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We're hearing a lot in the news this week about body-shaming and that reminded me of a blog from my early days of blogging.

A Letter to my Hips

Recently you’ve been screaming in pain when I get out of the car, or hoist myself up from the sofa. I’ve tried everything to shut you up--ibuprophen, a chiropractor, acupuncture. I may have reminded you that nobody else complains--my back, neck, knees, hands and feet, shoulders--everybody’s doing fine. Now I’m working with a trainer to build up your strength and flexibility.

He said, “When you feel no pain, remember to be grateful.”

Now I think of all the miles we’ve walked together on city streets, often in high heels. That couldn’t have been fun for you. All the soccer games, the field hockey. We had so much fun with the Hula Hoop and the Twist.

Please forgive me. I’m sorry I said you were too wide. I should have thanked you for all those soft landings on the ski slopes Oh, and how could I forget; thank you for the easy delivery of two beautiful babies.

I look forward to many more years with you, and I promise to be kinder.

My hip trouble has made me think of this piece by Katy Lyness, my classmate at the Art Students League. The pencil drawing on the left is the preliminary sketch for the etching on the right. I love the way the two images face each other, echoing the way the rib cage and the pelvis face each other.

At the League, everything begins with drawing, drawing begins with the human figure, and that begins with the bones. In life class as you stare at the naked person in front of you, you realize that she’s not naked enough. You’re trying to see through skin and muscle to the bones.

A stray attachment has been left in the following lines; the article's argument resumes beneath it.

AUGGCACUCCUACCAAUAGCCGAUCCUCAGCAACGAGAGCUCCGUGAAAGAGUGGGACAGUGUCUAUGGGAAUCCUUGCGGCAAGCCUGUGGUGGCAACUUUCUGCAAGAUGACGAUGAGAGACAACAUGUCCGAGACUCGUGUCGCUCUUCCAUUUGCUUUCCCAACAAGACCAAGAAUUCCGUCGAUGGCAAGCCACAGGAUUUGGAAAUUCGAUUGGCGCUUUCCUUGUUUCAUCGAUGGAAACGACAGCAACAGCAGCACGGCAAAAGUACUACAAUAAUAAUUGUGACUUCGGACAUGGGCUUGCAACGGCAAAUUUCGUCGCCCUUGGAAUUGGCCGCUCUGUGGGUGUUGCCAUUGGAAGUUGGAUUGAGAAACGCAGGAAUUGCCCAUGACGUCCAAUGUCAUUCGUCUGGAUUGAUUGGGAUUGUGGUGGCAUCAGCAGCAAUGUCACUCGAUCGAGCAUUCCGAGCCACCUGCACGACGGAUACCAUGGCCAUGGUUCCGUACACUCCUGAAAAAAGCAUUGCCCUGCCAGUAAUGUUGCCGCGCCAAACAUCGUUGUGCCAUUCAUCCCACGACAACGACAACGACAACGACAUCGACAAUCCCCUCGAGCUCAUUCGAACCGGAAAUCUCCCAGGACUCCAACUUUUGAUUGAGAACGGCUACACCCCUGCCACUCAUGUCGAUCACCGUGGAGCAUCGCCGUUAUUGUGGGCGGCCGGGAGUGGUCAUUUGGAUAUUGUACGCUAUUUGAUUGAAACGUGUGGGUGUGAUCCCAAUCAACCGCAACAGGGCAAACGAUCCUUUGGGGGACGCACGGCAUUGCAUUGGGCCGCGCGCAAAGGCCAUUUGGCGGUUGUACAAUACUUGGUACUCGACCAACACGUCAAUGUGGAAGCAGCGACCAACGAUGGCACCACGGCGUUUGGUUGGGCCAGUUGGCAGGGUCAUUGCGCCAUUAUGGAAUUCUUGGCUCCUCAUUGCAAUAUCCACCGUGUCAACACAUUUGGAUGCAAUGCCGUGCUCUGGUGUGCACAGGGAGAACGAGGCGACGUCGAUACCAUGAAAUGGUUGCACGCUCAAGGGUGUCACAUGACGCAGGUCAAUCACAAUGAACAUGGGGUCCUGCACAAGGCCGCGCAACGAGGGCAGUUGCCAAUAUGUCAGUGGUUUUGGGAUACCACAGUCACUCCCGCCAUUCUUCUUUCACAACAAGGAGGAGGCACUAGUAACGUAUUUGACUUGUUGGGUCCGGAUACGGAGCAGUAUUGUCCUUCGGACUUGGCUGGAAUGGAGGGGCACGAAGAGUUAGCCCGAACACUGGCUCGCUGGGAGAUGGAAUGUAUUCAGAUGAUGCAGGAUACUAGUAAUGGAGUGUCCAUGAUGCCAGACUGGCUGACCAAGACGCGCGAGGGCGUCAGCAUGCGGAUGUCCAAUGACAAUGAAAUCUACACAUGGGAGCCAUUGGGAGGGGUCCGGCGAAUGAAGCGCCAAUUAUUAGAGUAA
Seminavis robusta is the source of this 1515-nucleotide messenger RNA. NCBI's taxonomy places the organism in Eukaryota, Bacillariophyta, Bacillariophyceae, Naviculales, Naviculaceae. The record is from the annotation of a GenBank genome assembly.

Katy’s focus on the rib cage and the pelvis, as opposed to the skull, which always creeps me out, illustrates how supportive and protecting our bones are. The rib cage holds the lungs and heart, the pelvis cradles the belly and womb.

I find this so moving; these sheltering loving shapes are like a mother’s arms.

Who designed this miracle? And how long did that take?

I believe in God, which is my name for the creator of the universe, and I believe in Darwin and the theory of evolution.

Psalm 90 says, in verse 4, and we sing it all the time, “A thousand ages in thy sight are like an evening gone.” Seven days, a billion years. They’re both a blink of God’s eye.

All we have to do is remember to be grateful.

And speaking of being grateful, bravo to the New York Public Library for doing away with late fees.

Our beautiful Jefferson Market Branch stands next to a lovely garden, growing on the site of the late Women's House of Detention. One famous Villager said that when he was little he thought that was where you were sent if you didn't pay your late fees.

Thank you NYPL, for wiping the slate clean.

October 07, 2021

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